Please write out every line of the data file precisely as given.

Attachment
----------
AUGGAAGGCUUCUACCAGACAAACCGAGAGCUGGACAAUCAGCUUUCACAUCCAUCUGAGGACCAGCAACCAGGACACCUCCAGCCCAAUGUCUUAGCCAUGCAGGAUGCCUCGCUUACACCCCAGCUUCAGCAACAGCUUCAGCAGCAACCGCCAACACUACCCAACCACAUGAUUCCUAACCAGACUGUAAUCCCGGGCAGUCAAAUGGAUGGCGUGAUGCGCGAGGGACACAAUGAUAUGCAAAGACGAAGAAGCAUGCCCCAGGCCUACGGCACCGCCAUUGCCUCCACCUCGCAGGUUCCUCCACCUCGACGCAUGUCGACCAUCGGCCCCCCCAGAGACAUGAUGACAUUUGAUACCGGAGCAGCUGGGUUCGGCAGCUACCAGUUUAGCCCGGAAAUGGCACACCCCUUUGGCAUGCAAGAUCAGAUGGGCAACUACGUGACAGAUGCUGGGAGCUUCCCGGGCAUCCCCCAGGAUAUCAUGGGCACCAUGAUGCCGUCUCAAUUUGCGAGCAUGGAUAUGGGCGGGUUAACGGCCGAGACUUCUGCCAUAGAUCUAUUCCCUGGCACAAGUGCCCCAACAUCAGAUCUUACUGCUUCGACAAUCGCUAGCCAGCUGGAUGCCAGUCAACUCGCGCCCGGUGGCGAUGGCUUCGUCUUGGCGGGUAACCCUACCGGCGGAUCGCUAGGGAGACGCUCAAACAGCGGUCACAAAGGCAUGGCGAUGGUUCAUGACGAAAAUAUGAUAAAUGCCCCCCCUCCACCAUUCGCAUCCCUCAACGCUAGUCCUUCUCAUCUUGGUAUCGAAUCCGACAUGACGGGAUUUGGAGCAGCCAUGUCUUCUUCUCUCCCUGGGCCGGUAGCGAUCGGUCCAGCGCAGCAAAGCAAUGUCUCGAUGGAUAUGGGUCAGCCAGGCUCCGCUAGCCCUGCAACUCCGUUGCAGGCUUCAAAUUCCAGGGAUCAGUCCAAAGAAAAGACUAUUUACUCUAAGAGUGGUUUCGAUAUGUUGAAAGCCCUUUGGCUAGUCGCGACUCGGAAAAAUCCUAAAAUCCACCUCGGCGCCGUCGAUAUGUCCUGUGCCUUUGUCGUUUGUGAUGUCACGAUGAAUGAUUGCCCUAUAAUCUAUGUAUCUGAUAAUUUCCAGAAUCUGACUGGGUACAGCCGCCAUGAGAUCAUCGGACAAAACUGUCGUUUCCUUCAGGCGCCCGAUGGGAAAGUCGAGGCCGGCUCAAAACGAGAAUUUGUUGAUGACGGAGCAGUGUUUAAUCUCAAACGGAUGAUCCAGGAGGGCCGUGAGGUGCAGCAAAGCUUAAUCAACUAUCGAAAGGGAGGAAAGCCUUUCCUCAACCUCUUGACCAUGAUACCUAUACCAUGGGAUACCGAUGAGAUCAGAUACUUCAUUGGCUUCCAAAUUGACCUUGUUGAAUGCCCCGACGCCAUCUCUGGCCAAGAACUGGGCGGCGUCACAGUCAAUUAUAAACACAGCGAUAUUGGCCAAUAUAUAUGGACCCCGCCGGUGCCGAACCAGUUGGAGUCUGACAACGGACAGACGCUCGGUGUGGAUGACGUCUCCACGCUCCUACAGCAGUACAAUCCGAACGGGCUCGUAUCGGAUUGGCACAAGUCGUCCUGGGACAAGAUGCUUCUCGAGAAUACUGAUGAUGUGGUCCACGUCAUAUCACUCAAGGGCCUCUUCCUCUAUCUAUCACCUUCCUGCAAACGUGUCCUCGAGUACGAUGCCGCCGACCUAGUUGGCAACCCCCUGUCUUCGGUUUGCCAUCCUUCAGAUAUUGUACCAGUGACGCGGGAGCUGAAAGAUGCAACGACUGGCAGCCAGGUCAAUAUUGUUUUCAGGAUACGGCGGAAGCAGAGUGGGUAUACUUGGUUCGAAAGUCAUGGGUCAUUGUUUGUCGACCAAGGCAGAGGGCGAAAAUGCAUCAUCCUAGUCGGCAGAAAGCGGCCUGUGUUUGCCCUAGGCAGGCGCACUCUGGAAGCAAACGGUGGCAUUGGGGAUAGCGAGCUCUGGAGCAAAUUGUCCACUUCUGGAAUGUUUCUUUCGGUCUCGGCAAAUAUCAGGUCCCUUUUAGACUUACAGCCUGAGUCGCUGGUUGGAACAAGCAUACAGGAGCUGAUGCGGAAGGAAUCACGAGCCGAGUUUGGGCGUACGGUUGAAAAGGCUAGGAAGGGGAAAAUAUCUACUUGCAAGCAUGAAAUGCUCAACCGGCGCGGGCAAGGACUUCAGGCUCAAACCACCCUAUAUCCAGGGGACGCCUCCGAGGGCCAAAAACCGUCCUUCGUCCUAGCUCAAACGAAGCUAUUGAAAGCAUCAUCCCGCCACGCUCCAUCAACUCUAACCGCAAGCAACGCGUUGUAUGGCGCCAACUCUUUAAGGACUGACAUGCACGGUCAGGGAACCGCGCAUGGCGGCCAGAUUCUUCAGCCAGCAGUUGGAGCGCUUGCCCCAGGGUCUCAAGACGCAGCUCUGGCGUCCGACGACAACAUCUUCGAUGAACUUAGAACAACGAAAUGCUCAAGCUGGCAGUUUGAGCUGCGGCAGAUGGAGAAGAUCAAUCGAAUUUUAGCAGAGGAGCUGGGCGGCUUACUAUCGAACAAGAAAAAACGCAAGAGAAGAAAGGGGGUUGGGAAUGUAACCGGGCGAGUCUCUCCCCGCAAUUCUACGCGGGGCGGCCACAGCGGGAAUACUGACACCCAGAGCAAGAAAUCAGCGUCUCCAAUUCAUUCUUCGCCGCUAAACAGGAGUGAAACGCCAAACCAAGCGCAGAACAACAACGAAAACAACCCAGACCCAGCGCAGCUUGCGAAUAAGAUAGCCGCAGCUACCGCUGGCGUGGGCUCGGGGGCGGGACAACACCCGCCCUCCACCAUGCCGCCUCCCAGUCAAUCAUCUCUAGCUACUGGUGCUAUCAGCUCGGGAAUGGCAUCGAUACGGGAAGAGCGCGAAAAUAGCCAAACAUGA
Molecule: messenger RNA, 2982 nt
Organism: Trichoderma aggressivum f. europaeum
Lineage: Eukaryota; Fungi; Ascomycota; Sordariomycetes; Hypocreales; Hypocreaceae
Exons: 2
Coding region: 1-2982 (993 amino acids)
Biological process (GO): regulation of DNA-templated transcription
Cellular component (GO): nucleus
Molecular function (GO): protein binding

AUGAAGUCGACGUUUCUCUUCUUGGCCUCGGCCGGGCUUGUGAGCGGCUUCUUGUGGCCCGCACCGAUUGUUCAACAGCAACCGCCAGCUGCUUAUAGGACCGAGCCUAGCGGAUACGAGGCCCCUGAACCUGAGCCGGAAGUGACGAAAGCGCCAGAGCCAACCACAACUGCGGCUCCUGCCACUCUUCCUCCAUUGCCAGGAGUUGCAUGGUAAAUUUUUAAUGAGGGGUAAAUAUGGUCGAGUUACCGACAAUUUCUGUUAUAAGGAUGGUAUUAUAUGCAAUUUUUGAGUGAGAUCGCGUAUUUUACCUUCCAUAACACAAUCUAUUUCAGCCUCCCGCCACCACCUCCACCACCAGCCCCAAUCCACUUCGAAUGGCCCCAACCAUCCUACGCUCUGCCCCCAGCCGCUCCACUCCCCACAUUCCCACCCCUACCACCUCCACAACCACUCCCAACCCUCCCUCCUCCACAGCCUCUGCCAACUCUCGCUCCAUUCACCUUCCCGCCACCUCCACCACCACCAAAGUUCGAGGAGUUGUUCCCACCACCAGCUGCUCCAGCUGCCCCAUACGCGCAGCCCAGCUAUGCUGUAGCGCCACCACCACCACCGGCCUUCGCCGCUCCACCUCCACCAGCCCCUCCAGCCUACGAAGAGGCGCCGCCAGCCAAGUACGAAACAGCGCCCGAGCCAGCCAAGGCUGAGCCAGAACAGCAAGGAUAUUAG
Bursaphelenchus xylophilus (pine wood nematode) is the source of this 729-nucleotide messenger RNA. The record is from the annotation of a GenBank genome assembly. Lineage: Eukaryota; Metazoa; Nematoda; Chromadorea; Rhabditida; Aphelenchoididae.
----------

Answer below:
AUGGAAGGCUUCUACCAGACAAACCGAGAGCUGGACAAUCAGCUUUCACAUCCAUCUGAGGACCAGCAACCAGGACACCUCCAGCCCAAUGUCUUAGCCAUGCAGGAUGCCUCGCUUACACCCCAGCUUCAGCAACAGCUUCAGCAGCAACCGCCAACACUACCCAACCACAUGAUUCCUAACCAGACUGUAAUCCCGGGCAGUCAAAUGGAUGGCGUGAUGCGCGAGGGACACAAUGAUAUGCAAAGACGAAGAAGCAUGCCCCAGGCCUACGGCACCGCCAUUGCCUCCACCUCGCAGGUUCCUCCACCUCGACGCAUGUCGACCAUCGGCCCCCCCAGAGACAUGAUGACAUUUGAUACCGGAGCAGCUGGGUUCGGCAGCUACCAGUUUAGCCCGGAAAUGGCACACCCCUUUGGCAUGCAAGAUCAGAUGGGCAACUACGUGACAGAUGCUGGGAGCUUCCCGGGCAUCCCCCAGGAUAUCAUGGGCACCAUGAUGCCGUCUCAAUUUGCGAGCAUGGAUAUGGGCGGGUUAACGGCCGAGACUUCUGCCAUAGAUCUAUUCCCUGGCACAAGUGCCCCAACAUCAGAUCUUACUGCUUCGACAAUCGCUAGCCAGCUGGAUGCCAGUCAACUCGCGCCCGGUGGCGAUGGCUUCGUCUUGGCGGGUAACCCUACCGGCGGAUCGCUAGGGAGACGCUCAAACAGCGGUCACAAAGGCAUGGCGAUGGUUCAUGACGAAAAUAUGAUAAAUGCCCCCCCUCCACCAUUCGCAUCCCUCAACGCUAGUCCUUCUCAUCUUGGUAUCGAAUCCGACAUGACGGGAUUUGGAGCAGCCAUGUCUUCUUCUCUCCCUGGGCCGGUAGCGAUCGGUCCAGCGCAGCAAAGCAAUGUCUCGAUGGAUAUGGGUCAGCCAGGCUCCGCUAGCCCUGCAACUCCGUUGCAGGCUUCAAAUUCCAGGGAUCAGUCCAAAGAAAAGACUAUUUACUCUAAGAGUGGUUUCGAUAUGUUGAAAGCCCUUUGGCUAGUCGCGACUCGGAAAAAUCCUAAAAUCCACCUCGGCGCCGUCGAUAUGUCCUGUGCCUUUGUCGUUUGUGAUGUCACGAUGAAUGAUUGCCCUAUAAUCUAUGUAUCUGAUAAUUUCCAGAAUCUGACUGGGUACAGCCGCCAUGAGAUCAUCGGACAAAACUGUCGUUUCCUUCAGGCGCCCGAUGGGAAAGUCGAGGCCGGCUCAAAACGAGAAUUUGUUGAUGACGGAGCAGUGUUUAAUCUCAAACGGAUGAUCCAGGAGGGCCGUGAGGUGCAGCAAAGCUUAAUCAACUAUCGAAAGGGAGGAAAGCCUUUCCUCAACCUCUUGACCAUGAUACCUAUACCAUGGGAUACCGAUGAGAUCAGAUACUUCAUUGGCUUCCAAAUUGACCUUGUUGAAUGCCCCGACGCCAUCUCUGGCCAAGAACUGGGCGGCGUCACAGUCAAUUAUAAACACAGCGAUAUUGGCCAAUAUAUAUGGACCCCGCCGGUGCCGAACCAGUUGGAGUCUGACAACGGACAGACGCUCGGUGUGGAUGACGUCUCCACGCUCCUACAGCAGUACAAUCCGAACGGGCUCGUAUCGGAUUGGCACAAGUCGUCCUGGGACAAGAUGCUUCUCGAGAAUACUGAUGAUGUGGUCCACGUCAUAUCACUCAAGGGCCUCUUCCUCUAUCUAUCACCUUCCUGCAAACGUGUCCUCGAGUACGAUGCCGCCGACCUAGUUGGCAACCCCCUGUCUUCGGUUUGCCAUCCUUCAGAUAUUGUACCAGUGACGCGGGAGCUGAAAGAUGCAACGACUGGCAGCCAGGUCAAUAUUGUUUUCAGGAUACGGCGGAAGCAGAGUGGGUAUACUUGGUUCGAAAGUCAUGGGUCAUUGUUUGUCGACCAAGGCAGAGGGCGAAAAUGCAUCAUCCUAGUCGGCAGAAAGCGGCCUGUGUUUGCCCUAGGCAGGCGCACUCUGGAAGCAAACGGUGGCAUUGGGGAUAGCGAGCUCUGGAGCAAAUUGUCCACUUCUGGAAUGUUUCUUUCGGUCUCGGCAAAUAUCAGGUCCCUUUUAGACUUACAGCCUGAGUCGCUGGUUGGAACAAGCAUACAGGAGCUGAUGCGGAAGGAAUCACGAGCCGAGUUUGGGCGUACGGUUGAAAAGGCUAGGAAGGGGAAAAUAUCUACUUGCAAGCAUGAAAUGCUCAACCGGCGCGGGCAAGGACUUCAGGCUCAAACCACCCUAUAUCCAGGGGACGCCUCCGAGGGCCAAAAACCGUCCUUCGUCCUAGCUCAAACGAAGCUAUUGAAAGCAUCAUCCCGCCACGCUCCAUCAACUCUAACCGCAAGCAACGCGUUGUAUGGCGCCAACUCUUUAAGGACUGACAUGCACGGUCAGGGAACCGCGCAUGGCGGCCAGAUUCUUCAGCCAGCAGUUGGAGCGCUUGCCCCAGGGUCUCAAGACGCAGCUCUGGCGUCCGACGACAACAUCUUCGAUGAACUUAGAACAACGAAAUGCUCAAGCUGGCAGUUUGAGCUGCGGCAGAUGGAGAAGAUCAAUCGAAUUUUAGCAGAGGAGCUGGGCGGCUUACUAUCGAACAAGAAAAAACGCAAGAGAAGAAAGGGGGUUGGGAAUGUAACCGGGCGAGUCUCUCCCCGCAAUUCUACGCGGGGCGGCCACAGCGGGAAUACUGACACCCAGAGCAAGAAAUCAGCGUCUCCAAUUCAUUCUUCGCCGCUAAACAGGAGUGAAACGCCAAACCAAGCGCAGAACAACAACGAAAACAACCCAGACCCAGCGCAGCUUGCGAAUAAGAUAGCCGCAGCUACCGCUGGCGUGGGCUCGGGGGCGGGACAACACCCGCCCUCCACCAUGCCGCCUCCCAGUCAAUCAUCUCUAGCUACUGGUGCUAUCAGCUCGGGAAUGGCAUCGAUACGGGAAGAGCGCGAAAAUAGCCAAACAUGA
Molecule: messenger RNA, 2982 nt
Organism: Trichoderma aggressivum f. europaeum
Lineage: Eukaryota; Fungi; Ascomycota; Sordariomycetes; Hypocreales; Hypocreaceae
Exons: 2
Coding region: 1-2982 (993 amino acids)
Biological process (GO): regulation of DNA-templated transcription
Cellular component (GO): nucleus
Molecular function (GO): protein binding

AUGAAGUCGACGUUUCUCUUCUUGGCCUCGGCCGGGCUUGUGAGCGGCUUCUUGUGGCCCGCACCGAUUGUUCAACAGCAACCGCCAGCUGCUUAUAGGACCGAGCCUAGCGGAUACGAGGCCCCUGAACCUGAGCCGGAAGUGACGAAAGCGCCAGAGCCAACCACAACUGCGGCUCCUGCCACUCUUCCUCCAUUGCCAGGAGUUGCAUGGUAAAUUUUUAAUGAGGGGUAAAUAUGGUCGAGUUACCGACAAUUUCUGUUAUAAGGAUGGUAUUAUAUGCAAUUUUUGAGUGAGAUCGCGUAUUUUACCUUCCAUAACACAAUCUAUUUCAGCCUCCCGCCACCACCUCCACCACCAGCCCCAAUCCACUUCGAAUGGCCCCAACCAUCCUACGCUCUGCCCCCAGCCGCUCCACUCCCCACAUUCCCACCCCUACCACCUCCACAACCACUCCCAACCCUCCCUCCUCCACAGCCUCUGCCAACUCUCGCUCCAUUCACCUUCCCGCCACCUCCACCACCACCAAAGUUCGAGGAGUUGUUCCCACCACCAGCUGCUCCAGCUGCCCCAUACGCGCAGCCCAGCUAUGCUGUAGCGCCACCACCACCACCGGCCUUCGCCGCUCCACCUCCACCAGCCCCUCCAGCCUACGAAGAGGCGCCGCCAGCCAAGUACGAAACAGCGCCCGAGCCAGCCAAGGCUGAGCCAGAACAGCAAGGAUAUUAG
Bursaphelenchus xylophilus (pine wood nematode) is the source of this 729-nucleotide messenger RNA. The record is from the annotation of a GenBank genome assembly. Lineage: Eukaryota; Metazoa; Nematoda; Chromadorea; Rhabditida; Aphelenchoididae.